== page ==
Center Store Migration: Why eCommerce is No Longer Optional for Specialty Food & Beverage Brands
Online scrolling is taking the place of center store strolling as more grocery retailers take their shelf-stable items to online vendors, and more consumers choose to bypass the store lines and enjoy the convenience of delivery services.
The center store online migration is not a fad or a temporary disruption. In the era of Amazon and free next-day delivery, non-perishable food brands who hope to compete well into the future must adapt to this new reality—and develop and activate their own direct-to-consumer strategies. Mark Baum, Chief Collaboration Officer at the Food Marketing Institute (FMI), pointed to the urgency of this challenge in his remarks about FMI’s and Nielsen’s joint multi-year initiative, the Digitally Engaged Food Shopper. “While we are more connected than ever to influence what shoppers buy,” he said, “the window to influence those moments is narrowing.”
Who’s Driving the Shift
While the vast majority of consumers still buy specialty food and beverage products in large retail stores, the Specialty Food Association notes that shoppers are beginning to migrate towards online for these purchases. Previously, age and affluence were inhibitors to online shopping, but times have changed. Some have claimed the shift is due primarily to Millennials and the value they place on convenience. And while Millennials do indeed have a significant influence, the reality of who’s driving this shift might surprise you.
According to a recent study from eShopWorld, members of Generation X are actually the most active online shoppers, closely trailed by Baby Boomers. In fact, Boomers spend more money online, on average, than any other generation–because they are more financially able to do so. And if that’s not surprising enough, recent statistics from Nielson’s “Collaborating for FMCG Omnichannel Success” webinar also reveal that even 39% of the Greatest Generation have made an online purchase.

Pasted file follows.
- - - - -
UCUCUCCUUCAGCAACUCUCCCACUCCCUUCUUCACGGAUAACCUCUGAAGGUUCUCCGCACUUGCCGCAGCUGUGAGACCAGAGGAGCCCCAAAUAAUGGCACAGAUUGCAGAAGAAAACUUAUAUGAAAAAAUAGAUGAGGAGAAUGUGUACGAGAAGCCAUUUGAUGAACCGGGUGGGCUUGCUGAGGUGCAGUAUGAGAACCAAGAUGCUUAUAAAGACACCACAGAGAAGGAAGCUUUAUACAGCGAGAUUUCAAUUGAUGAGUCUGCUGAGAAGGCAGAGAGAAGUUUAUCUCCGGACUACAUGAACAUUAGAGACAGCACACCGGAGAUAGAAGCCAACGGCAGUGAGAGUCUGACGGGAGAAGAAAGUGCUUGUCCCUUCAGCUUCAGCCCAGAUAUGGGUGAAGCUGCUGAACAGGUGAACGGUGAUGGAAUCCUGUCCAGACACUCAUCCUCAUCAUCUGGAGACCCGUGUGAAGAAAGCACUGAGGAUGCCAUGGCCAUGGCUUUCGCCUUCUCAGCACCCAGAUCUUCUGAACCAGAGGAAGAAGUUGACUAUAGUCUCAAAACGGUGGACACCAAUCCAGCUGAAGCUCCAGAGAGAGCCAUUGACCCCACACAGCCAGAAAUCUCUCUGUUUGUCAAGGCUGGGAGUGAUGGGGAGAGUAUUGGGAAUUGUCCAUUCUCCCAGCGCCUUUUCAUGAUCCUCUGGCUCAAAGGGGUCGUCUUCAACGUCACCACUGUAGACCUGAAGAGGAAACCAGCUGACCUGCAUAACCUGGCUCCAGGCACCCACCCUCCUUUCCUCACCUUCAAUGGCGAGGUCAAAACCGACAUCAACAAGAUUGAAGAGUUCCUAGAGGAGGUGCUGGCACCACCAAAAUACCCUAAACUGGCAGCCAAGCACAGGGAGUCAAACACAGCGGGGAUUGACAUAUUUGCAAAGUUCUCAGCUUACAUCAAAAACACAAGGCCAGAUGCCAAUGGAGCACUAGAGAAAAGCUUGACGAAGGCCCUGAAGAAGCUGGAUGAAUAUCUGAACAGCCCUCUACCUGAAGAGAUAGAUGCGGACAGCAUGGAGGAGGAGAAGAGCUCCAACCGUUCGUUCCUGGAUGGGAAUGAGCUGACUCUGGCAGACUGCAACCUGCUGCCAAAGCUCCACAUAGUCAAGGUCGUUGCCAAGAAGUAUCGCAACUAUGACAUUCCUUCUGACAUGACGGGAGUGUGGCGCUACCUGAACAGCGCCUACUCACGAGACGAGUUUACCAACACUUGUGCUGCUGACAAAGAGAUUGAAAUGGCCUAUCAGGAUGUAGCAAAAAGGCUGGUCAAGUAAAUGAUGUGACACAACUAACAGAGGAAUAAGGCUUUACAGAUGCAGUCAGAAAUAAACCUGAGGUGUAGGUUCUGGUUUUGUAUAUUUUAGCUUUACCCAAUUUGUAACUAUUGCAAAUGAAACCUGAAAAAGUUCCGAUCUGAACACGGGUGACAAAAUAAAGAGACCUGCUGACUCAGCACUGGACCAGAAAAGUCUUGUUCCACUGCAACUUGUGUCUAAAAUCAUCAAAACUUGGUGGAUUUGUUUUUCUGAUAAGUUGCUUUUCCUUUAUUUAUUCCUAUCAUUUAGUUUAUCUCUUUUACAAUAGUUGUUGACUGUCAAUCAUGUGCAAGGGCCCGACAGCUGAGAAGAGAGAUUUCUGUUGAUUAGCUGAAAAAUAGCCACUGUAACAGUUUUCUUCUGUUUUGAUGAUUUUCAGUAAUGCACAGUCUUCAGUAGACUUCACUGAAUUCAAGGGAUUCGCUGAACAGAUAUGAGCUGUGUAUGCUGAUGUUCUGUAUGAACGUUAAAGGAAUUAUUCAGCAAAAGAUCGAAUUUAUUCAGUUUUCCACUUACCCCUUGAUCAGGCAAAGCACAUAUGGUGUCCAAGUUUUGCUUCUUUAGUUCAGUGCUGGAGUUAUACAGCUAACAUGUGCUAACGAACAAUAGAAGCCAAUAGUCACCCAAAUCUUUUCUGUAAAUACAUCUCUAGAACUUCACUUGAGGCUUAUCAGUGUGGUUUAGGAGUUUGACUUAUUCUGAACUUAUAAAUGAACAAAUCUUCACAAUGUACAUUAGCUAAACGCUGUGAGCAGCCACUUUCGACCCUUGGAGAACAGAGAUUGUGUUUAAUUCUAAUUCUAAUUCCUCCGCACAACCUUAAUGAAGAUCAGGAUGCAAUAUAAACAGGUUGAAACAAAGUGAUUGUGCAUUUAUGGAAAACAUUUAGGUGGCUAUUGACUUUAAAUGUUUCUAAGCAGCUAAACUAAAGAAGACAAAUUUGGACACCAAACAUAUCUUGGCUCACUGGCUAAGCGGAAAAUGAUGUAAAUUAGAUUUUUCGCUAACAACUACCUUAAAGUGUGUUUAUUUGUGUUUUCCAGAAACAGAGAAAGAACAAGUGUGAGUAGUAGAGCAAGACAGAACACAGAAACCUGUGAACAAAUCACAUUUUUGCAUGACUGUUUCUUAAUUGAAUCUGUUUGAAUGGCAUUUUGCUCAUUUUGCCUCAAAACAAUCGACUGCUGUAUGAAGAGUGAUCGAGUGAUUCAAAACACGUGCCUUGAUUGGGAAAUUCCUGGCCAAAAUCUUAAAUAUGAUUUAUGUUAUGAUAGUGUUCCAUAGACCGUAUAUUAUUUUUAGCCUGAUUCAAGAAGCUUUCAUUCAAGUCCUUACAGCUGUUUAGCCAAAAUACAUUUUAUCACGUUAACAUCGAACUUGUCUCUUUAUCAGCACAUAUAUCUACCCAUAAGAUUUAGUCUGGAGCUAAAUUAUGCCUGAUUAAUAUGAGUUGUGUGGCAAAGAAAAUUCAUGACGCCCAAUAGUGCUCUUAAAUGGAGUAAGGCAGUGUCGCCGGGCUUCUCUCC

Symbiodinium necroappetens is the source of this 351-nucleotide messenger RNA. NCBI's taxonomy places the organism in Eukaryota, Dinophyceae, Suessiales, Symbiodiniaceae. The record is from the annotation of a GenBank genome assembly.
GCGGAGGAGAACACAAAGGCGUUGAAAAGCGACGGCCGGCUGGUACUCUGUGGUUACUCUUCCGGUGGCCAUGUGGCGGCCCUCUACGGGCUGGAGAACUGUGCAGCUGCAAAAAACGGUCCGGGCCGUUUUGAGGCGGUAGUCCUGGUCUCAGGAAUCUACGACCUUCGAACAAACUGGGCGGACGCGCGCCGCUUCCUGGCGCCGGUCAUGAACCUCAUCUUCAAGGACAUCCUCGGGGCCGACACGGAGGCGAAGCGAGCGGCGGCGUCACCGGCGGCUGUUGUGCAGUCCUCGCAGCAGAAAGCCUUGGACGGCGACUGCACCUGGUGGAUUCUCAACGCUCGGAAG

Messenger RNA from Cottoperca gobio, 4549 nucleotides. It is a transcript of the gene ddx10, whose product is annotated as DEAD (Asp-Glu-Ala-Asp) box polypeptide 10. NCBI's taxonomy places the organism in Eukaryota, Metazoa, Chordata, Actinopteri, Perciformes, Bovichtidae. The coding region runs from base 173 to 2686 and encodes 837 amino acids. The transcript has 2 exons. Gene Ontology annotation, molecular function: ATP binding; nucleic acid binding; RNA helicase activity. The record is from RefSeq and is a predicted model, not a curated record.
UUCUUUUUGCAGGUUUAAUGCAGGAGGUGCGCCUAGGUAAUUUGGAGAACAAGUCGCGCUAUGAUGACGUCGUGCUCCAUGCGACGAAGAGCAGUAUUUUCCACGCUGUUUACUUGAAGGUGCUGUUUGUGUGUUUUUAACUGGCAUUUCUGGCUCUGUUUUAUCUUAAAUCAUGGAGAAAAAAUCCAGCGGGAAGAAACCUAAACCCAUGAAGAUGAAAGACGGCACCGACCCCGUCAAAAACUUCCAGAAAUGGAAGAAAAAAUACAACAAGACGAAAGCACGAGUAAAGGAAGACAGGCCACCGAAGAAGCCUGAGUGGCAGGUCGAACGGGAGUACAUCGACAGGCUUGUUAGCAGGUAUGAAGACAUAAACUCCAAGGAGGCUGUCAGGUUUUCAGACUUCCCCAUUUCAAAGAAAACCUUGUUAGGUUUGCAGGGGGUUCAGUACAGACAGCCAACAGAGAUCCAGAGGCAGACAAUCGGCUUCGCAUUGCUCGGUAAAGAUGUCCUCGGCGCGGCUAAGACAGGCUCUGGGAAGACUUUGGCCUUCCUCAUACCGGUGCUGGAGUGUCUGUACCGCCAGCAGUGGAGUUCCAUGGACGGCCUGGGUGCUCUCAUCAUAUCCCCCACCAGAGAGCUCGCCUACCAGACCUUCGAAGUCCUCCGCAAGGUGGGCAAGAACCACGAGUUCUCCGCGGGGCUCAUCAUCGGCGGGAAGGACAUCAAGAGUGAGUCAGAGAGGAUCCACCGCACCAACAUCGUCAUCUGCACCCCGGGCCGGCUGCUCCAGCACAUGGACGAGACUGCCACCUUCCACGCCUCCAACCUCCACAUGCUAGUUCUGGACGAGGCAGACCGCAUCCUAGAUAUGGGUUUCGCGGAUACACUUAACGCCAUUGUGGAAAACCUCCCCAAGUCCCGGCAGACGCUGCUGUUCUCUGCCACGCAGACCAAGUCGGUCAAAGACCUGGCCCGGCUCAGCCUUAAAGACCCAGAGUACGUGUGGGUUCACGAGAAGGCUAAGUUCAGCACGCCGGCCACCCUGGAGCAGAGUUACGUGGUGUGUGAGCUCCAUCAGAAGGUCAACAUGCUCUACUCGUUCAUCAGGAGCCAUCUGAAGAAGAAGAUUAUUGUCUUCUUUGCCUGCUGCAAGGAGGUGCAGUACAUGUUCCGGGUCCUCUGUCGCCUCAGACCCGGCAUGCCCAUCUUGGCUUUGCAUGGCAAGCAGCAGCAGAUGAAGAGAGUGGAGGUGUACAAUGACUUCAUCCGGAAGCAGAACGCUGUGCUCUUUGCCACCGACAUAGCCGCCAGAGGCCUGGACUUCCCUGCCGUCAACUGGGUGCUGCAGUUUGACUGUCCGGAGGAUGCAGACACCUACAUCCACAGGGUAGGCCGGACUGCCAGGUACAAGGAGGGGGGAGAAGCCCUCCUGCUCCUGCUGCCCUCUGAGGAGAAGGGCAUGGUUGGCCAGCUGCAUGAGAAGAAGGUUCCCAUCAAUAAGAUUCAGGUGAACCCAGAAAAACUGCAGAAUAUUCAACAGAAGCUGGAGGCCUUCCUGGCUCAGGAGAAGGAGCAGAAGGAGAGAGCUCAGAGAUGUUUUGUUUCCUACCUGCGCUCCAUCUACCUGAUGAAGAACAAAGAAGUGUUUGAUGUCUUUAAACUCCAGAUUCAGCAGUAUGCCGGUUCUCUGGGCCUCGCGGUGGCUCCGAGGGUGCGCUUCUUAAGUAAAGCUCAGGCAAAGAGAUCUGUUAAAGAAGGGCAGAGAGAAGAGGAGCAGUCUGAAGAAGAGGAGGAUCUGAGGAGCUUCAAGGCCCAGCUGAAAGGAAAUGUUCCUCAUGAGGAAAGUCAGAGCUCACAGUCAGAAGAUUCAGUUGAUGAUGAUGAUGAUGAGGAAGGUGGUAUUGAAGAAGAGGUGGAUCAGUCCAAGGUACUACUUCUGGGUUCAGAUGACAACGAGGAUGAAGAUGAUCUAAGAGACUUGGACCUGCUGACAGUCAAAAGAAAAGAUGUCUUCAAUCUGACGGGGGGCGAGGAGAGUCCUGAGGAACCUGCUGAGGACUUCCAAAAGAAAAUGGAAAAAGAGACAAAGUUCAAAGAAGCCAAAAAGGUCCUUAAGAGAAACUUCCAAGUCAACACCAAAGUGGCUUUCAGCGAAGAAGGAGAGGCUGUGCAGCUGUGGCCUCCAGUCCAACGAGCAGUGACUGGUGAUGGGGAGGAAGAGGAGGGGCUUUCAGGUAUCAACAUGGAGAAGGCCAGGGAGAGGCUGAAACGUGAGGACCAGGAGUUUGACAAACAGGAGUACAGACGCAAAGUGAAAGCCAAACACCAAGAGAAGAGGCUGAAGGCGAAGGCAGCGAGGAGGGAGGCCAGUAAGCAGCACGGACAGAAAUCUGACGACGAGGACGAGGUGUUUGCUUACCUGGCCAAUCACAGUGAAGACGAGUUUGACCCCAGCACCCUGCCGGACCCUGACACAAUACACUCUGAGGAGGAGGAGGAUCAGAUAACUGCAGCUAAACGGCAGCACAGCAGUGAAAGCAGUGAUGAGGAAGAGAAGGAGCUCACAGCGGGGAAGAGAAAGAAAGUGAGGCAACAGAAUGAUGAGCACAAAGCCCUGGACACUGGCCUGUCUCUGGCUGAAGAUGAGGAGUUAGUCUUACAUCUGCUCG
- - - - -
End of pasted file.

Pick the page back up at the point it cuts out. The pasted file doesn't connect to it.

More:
While members of all generations share a desire to avoid the traffic and crowds of in-store shopping, older shoppers are also becoming more tech-savvy due to work and family influences (see Amazon Echo commercial). According to Nielsen’s & FMI’s findings, more than 70% of consumers will engage with online food shopping within the next 10 years. Will you be ready for them?
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Where Brands are Going
As a result of these trends, center store brands are moving more marketing dollars towards and distribution efforts around online channels like Amazon—and standing up their own eCommerce websites. Per Nielsen, nearly 9 out of 10 dollars of fast-moving consumer goods (FMCG) retail growth came from online sales in 2016, and this trend seems to be accelerating. While Amazon’s purchase of Whole Foods seems to indicate continued consumer confidence in retail, it also shines a very bright light on the growing prevalence of home delivery driven by online purchases.
For any specialty food and beverage brand, having a shelf presence in Whole Foods is a big win—but so is having successful consumer engagement through your own online store.
Think of your website as a product you control. You own its ingredients (what products you show and offer for sale), its functional benefits (how easy it is for consumers to shop and buy your products), and its story (why consumers want to buy your products in the first place). While selling on Amazon is important, standing up your own distribution channel should take precedence.
Consider this approach as your ultimate direct-to-consumer strategy; eliminate the middle-man, make the rules and reap all the benefits. It takes considerably more effort to push someone into a brick-and-mortar retail store and direct them to your product, living on a shelf among a sea of competitors, than it does to pull them into your own ecommerce store to experience only your brand. Your online store is your unlimited shelf. You control everything about it—what it looks like, how you prioritize and price your products, when and why you run promotions, how your customers interact with and ultimately purchase from you. There’s no retail noise to overcome. Fewer obstacles coupled with lower investment equates to more profit.